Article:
A: Last month I explained how Windows learns about a user’s group memberships during the Windows Kerberos logon process. So how would this work if multiple domains are involved, such as when a user accesses a resource that is located in a domain different from his/her logon domain.

The example below shows a typical multi-domain logon example in a Windows AD forest.

040711-Figure-1-small_0

The forest consists of a root domain and two child domains. The user Alice is defined in the account domain and logs on to the account domain from a machine in the same domain (this process is referred to as an interactive or local logon). Alice then decides to access a resource that is located on a server in the resource domain, which this triggers a network (or non-interactive) logon process. In this example, Windows will discover Alice’s group memberships as outlined in the following five steps.

In step 1, Alice authenticates to a local Domain Controller (DC) in her account domain using the Kerberos protocol. During this step, the DC gathers the following authorization data and adds them to Alice’s Ticket-Granting Ticket (TGT):

  • Alice’s global group memberships—these can be found in the DC’s local AD domain naming context. These global group memberships not only include the global group memberships that were assigned to Alice directly, but also the global group memberships that were assigned to one of the global groups Alice belongs to.
  • Alice’s universal group memberships—these can be found on a Global Catalog (GC) DC or if GC-less logon is enabled in a DC’s local AD domain naming context. These universal group memberships not only include the universal group memberships that were assigned to Alice directly, but also the universal group memberships that were assigned to one of the universal or global groups Alice belongs to.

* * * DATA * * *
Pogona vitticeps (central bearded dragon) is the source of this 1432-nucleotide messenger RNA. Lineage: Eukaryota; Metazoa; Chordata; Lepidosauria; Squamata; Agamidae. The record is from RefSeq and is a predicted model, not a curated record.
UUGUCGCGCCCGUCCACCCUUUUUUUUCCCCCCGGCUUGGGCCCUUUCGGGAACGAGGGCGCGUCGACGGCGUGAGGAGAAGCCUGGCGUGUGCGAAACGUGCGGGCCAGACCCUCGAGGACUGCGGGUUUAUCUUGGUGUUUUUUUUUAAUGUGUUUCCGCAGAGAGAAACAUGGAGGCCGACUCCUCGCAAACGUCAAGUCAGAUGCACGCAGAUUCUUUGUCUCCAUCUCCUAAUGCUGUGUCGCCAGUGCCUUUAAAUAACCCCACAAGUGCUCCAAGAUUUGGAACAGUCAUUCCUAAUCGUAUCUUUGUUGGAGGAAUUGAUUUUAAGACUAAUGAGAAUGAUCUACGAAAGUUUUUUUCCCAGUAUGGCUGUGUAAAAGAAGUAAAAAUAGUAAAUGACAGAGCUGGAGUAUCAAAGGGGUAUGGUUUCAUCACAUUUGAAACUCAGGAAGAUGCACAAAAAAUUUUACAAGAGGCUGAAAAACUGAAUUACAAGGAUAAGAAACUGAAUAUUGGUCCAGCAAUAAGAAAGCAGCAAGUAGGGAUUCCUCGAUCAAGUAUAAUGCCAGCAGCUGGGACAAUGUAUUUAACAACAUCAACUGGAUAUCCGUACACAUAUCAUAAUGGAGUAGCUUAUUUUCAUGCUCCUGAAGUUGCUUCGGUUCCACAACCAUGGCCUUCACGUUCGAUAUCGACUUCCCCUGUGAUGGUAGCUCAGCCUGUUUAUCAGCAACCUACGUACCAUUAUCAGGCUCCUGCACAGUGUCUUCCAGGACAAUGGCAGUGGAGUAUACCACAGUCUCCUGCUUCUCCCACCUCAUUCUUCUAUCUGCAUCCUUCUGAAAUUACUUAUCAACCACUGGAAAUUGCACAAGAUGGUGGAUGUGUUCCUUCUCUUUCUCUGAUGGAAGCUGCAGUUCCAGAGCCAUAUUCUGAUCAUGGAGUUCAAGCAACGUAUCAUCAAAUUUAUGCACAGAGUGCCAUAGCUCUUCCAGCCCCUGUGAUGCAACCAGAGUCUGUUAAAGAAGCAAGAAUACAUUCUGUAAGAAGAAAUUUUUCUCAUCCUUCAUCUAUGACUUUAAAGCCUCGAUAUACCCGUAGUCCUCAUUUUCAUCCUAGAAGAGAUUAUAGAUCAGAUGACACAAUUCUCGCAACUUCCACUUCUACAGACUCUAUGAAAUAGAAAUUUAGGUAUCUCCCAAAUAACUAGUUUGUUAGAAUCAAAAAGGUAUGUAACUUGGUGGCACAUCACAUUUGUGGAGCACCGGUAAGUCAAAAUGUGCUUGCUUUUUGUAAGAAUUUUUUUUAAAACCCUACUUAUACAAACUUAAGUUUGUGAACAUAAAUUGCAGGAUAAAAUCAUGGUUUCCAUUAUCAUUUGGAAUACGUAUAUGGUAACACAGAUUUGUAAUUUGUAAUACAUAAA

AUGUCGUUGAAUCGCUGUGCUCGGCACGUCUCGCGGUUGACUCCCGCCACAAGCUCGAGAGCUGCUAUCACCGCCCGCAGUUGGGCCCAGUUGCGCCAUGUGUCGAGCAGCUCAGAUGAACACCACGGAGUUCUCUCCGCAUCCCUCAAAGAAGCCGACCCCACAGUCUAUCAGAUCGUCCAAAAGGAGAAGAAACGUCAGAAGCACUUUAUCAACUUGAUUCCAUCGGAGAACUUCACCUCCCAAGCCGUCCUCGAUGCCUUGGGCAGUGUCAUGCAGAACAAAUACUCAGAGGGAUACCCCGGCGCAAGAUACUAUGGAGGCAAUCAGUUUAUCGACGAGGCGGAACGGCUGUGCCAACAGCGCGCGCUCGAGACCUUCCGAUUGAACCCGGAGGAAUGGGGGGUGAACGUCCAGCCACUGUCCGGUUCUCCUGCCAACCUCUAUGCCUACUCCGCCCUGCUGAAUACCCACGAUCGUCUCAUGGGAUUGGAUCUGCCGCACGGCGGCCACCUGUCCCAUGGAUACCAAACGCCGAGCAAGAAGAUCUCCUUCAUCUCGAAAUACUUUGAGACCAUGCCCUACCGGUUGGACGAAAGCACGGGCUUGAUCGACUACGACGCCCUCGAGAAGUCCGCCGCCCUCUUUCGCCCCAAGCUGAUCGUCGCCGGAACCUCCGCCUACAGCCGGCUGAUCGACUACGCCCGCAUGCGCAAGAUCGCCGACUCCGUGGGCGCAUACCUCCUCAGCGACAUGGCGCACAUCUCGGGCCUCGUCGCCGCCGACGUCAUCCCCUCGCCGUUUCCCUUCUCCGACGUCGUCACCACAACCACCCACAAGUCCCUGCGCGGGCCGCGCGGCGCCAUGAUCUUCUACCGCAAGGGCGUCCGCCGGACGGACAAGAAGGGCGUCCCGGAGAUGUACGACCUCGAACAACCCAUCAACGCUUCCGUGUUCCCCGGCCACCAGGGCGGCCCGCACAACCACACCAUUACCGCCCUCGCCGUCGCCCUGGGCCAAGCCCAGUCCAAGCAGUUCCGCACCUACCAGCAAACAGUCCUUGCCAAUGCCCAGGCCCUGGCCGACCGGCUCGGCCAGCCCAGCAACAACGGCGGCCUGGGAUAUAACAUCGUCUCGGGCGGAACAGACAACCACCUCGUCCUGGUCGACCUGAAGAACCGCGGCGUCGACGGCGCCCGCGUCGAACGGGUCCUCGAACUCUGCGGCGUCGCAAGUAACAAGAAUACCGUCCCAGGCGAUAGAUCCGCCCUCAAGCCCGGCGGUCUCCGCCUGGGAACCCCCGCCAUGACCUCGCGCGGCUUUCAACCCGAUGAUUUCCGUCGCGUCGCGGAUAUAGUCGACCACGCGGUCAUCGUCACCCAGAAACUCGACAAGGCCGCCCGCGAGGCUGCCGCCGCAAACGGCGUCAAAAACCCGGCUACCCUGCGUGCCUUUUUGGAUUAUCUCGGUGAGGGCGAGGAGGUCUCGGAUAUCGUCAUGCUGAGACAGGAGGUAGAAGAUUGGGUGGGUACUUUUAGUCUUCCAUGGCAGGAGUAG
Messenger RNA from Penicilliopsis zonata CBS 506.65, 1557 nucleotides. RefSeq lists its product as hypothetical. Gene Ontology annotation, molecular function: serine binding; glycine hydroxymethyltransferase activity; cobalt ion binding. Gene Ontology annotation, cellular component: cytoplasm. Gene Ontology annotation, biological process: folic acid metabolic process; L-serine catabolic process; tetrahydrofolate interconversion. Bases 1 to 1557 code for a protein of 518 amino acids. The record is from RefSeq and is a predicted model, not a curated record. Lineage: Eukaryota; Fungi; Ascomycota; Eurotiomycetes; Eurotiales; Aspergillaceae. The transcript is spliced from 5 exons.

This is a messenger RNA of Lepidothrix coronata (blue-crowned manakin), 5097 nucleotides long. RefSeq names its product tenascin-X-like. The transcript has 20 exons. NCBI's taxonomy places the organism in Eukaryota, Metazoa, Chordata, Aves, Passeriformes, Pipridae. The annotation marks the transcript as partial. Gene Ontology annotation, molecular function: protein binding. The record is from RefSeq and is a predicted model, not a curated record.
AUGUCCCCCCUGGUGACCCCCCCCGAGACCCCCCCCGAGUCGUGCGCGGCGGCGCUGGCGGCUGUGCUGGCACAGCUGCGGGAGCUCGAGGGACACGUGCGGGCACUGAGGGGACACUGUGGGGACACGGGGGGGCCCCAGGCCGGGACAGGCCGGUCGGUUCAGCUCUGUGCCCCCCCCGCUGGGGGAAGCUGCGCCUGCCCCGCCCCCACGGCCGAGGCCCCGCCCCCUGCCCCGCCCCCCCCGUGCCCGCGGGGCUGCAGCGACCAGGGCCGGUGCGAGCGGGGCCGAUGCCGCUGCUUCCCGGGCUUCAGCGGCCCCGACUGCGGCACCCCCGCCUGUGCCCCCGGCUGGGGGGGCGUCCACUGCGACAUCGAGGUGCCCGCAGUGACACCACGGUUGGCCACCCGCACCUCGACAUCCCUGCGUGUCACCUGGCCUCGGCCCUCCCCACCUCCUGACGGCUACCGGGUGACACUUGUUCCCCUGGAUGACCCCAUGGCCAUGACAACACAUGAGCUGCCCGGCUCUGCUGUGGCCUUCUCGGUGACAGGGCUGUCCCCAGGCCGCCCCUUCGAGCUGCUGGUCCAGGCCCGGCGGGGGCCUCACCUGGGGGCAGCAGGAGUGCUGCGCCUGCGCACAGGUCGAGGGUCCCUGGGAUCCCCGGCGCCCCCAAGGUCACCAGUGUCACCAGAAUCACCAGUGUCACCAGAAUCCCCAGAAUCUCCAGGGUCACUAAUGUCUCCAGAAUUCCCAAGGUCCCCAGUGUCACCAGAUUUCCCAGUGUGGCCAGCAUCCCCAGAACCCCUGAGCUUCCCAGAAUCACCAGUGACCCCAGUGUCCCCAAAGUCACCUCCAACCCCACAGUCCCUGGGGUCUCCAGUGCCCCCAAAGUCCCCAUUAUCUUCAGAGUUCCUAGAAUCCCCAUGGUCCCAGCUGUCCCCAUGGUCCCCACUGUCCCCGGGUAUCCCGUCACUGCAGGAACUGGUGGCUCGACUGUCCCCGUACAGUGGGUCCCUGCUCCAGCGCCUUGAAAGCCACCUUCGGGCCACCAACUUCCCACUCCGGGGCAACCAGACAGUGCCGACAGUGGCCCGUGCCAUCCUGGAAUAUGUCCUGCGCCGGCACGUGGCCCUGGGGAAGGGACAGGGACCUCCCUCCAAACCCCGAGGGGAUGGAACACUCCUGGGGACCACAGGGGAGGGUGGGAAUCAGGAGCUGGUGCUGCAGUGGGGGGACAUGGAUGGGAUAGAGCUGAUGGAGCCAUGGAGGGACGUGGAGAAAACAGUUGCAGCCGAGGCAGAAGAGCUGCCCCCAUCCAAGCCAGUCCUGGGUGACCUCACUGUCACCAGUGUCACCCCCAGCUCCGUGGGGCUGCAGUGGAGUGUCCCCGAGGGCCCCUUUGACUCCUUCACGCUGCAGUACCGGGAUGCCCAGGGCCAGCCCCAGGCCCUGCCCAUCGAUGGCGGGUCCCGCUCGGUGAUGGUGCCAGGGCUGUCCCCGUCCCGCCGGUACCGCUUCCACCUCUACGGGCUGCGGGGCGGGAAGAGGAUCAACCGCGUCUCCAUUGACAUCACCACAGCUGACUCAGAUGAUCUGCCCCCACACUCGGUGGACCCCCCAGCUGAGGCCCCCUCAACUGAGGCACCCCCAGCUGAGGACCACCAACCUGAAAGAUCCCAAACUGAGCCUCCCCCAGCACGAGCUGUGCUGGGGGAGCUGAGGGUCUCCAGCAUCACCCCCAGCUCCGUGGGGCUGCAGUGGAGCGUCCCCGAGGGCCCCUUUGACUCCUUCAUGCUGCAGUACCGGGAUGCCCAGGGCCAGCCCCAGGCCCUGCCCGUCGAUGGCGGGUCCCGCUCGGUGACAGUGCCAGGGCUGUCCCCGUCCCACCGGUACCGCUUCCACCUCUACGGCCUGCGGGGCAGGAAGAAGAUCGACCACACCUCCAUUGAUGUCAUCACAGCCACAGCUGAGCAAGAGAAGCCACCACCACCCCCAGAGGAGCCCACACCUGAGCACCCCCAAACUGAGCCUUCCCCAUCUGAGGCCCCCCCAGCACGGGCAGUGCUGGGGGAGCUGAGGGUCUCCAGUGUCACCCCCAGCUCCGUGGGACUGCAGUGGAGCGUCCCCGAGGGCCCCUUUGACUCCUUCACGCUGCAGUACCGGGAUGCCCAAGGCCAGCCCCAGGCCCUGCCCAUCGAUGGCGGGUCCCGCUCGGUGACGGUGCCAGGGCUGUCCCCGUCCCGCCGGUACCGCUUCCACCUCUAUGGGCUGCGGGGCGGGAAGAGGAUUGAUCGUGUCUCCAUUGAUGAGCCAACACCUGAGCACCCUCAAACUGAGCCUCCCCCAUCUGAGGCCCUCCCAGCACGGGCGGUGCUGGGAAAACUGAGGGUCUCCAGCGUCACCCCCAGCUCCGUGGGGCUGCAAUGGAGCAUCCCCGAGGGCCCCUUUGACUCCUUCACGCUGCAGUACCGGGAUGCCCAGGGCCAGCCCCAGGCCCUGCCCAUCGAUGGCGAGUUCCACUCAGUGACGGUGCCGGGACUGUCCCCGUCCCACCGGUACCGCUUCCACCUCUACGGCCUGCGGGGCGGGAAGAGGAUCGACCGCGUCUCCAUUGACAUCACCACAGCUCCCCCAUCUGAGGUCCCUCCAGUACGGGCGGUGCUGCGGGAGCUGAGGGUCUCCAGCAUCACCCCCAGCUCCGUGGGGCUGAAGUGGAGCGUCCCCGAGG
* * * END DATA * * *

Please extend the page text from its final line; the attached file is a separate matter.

• Alice’s domain local group memberships—these can be found in the DC’s local AD domain naming context. These not only include the domain local group memberships that were assigned to Alice directly, but also the domain local group memberships that were assigned to one of the domain local, universal, or global groups Alice belongs to.

In step 2, Alice tries to get a service ticket for the resource from her authenticating DC. The DC of the account domain cannot issue such a ticket, and refers Alice to a DC in the root domain using a Kerberos referral message. This message contains a Kerberos referral TGT, which has Alice’s global and universal group memberships embedded in it.

In step 3, the DC of the root domain copies the authorization data in the referral TGT to a new referral TGT. The DC then refers Alice to a DC in the resource domain.

In step 4, the DC of the resource domain constructs a service ticket for Alice. During this step, the DC expands Alice’s domain local group memberships in the resource domain and adds them, together with Alice’s global and universal group memberships (which can be found in the referral TGT), to the newly constructed service ticket. The service ticket is then forwarded to Alice. The domain local groups that are expanded in this step not only include the domain local group memberships that were assigned to Alice directly, but also the domain local group memberships that were assigned to one of the domain local, universal, or global groups Alice belongs to.

In step 5, Alice uses the service ticket to access the resource. The Local Security Authority (LSA) on the resource server will then construct an access token for Alice given Alice’s service ticket and authorization data in the resource server’s local security database (SAM). Alice’s final access token holds the following data:

  • Alice’s global group membership from Alice’s definition domain (the account domain), universal group memberships from any domain in the forest, and domain local group memberships from the resource domain (these are all embedded in the service ticket)
  • Alice’s local group memberships (the LSA retrieves these from the local SAM on the resource server)